Tuesday, May 1, 2012

Butterick 5679 - Knit Top with Drapey Pocket

Quel surprise! I've made another knit top! Out of a rayon lycra!

I bought this Butterick pattern when it came out. I really liked View C, which has a single drapey pocket. Just my cup of tea. I went to Pattern Review and there was only one review for View C, by Ann Smith. (You need to create an account to view any reviews over six months - but a free account works.)

I found her review to be most helpful. She had all kinds of problems with the fit of the raglan sleeves and the neckline. So I approached the pattern with caution. First of all, the only thing I did not like about the pattern is that it has a boat-neck-ish shaped neckline. (Though it's not quite as wide as a true boat neck.) I have narrow-ish shoulders and I hate a wide neckline (though I think I know why they did it that way). I don't like my bra straps to show and I don't like a neckline to slide off my shoulders.

So the first thing I did was to raise the neckline at the sides on all the pattern pieces - tapering it to nothing at CF and CB. I planned to cut the final neck opening once I had the garment together, because I knew this shape wouldn't be right either, but at least I'd have enough fabric to work with.

The front pattern pieces. The neckline has been raised at the sides. And the 1.5" horizontal strip at the bustline is my only FBA.

The raising of the neckline for the sleeve and back. I tapered it to nothing at CB (and CF).

I was using a very stretchy rayon lycra jersey, a wonderful fabric that I bought on a recent visit to Harts, so I wanted 4" negative ease. I checked the finished bust measurement on the pattern piece and the size 16 had the fit I wanted. So I cut out a size 16 (quite a bit smaller than my usual size, especially if you count the 6" FBA I usually add). I sliced the pattern horizontally at the bust and added 1.5" to go up and over the girls. The only other alteration I made was to the sleeves. The sleeves looked incredibly long. I removed 3.5" at the "shorten here" line.

I cut out the fabric and started sewing. This pattern is very quick to sew. For one thing, the hem, the sleeve hem, and the top of the pocket are designed to be left as raw edges. It would be very difficult to hem the top with the sharp point, so it makes sense. I am not 100% in line with the raw edge movement, so I serged these edges. I can live with serged edges. ;)

The first thing you do, is to lay the pocket on top of the right front piece and sew them together at the hem and side. Because this is a stretchy knit, I used Steam a Seam Lite 2 to attach them to each other and then stitched through the sandwich. It worked great and there was no distortion.

The instructions for the neckline are to turn the edge under twice and topstitch. I assume this is why the pattern has a "softened" boat neckline which is easier to finish this way. I hate that sort of neckline finish. I just don't think it lies nicely against the body and it's hard to sew at the sides, where the greatest curvature is, without distorting the finished neckline.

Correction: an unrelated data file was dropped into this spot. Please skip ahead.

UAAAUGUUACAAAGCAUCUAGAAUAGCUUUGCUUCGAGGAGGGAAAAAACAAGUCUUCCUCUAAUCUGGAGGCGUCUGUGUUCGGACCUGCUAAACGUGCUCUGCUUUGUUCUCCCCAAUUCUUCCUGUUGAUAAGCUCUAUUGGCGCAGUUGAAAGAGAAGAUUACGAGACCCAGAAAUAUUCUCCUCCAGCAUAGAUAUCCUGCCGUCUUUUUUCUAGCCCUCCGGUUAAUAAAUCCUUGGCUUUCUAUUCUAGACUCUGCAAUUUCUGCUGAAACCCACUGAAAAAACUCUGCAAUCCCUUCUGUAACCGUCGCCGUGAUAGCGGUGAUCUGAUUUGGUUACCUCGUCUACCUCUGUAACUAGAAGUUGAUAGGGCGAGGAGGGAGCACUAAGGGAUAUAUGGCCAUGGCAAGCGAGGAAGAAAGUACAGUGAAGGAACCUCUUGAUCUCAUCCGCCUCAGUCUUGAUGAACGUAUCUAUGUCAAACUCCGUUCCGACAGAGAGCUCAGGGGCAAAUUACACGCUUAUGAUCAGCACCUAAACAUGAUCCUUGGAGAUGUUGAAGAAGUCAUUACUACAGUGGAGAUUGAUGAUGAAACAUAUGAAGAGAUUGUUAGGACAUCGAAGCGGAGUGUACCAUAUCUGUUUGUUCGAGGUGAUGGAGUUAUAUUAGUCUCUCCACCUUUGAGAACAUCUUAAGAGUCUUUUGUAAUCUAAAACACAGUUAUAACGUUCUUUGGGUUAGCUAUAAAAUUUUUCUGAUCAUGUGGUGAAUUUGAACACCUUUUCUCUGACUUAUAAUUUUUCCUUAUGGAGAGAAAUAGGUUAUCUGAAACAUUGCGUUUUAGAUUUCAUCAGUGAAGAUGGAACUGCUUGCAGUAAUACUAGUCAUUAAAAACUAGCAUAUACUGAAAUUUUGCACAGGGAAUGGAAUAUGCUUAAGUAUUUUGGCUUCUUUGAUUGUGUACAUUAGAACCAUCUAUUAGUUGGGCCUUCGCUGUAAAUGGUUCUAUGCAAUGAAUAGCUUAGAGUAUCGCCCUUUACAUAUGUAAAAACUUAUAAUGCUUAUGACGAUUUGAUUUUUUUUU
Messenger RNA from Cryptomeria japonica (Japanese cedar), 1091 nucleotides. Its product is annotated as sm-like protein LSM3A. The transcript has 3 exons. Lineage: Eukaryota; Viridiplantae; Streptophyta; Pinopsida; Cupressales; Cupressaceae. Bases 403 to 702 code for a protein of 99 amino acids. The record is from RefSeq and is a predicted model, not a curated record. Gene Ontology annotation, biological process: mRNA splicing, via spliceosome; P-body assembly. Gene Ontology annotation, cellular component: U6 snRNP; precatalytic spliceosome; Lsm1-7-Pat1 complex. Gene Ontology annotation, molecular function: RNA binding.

What I did was sew all the CF and CB seams, and the raglan seams, so that the neck hole was formed, and then try it on. I then pin marked where I wanted the finished neckline to be. I removed more from CF and a bit from CB and the side seams. I then used the Sarah Veblen binding method. I am very happy with the final neckline. (I am getting rather tired of posting the Veblen link over and over, but I want it to be handy! Maybe I should just create a link page.)

I cut a 1-3/8" strip for the neckline and sewed it on with a 1/4" seam.

If you read Ann's review, you will see that she had to remove quite a bit from the raglan seams. Besides Ann, I have quite a few very accomplished, very prolific sewing friends who never post anywhere. I wore this top to an event they attended and two or three of them (I can't remember) had made this same top and had the same problems that Ann described. It took them a lot of fiddling to get a top that fit properly through the shoulders/neckline.

I did not have this problem at all. One of them said that the pattern lacks proper shoulder shaping - it doesn't go "in" like it should at the shoulders. Several of us were mulling over why I did not have this problem. It was suggested that perhaps it was because I was using a very stretchy knit. That is possible, so be wary of the shoulder fit if you attempt this pattern, particularly in a more stable knit. (And I think it's totally worth the trouble, because the pattern is great otherwise.)

The sleeve length was perfect after removing 3.5" in length, so it is quite long. Though if I were to do a turned-under hem, I'd want to add a half inch back. So check the sleeve length.


I was asked to show some up close pictures of the serged hem.

The pocket hem up close. I started serging at the back side seam, at the inner corner. I serged across the back around the side, and then across the front, ending at the point. I restarted at the bottom of the point and serged up, ending at the inner corner. A drop of Frayblock at the point, and then I trimmed off the serged threads.

The front and the sleeve hems.


In conclusion, I LOVE this top!!! My sewing friends told me it was one of the most flattering tops they'd ever seen me wear. I think it is best in a drapey knit fabric — that pocket is designed to hang and drape gracefully. You have to decide how you feel about raw edges. One friend, who doesn't like raw edges, just chopped off the pocket point and hemmed it straight across. It looks great that way too, though I do think the pocket point can create a slimming line.

Worn with my beloved Marcy Tilton pants, Vogue 8397, View A. It's now OOP, but well worth tracking down.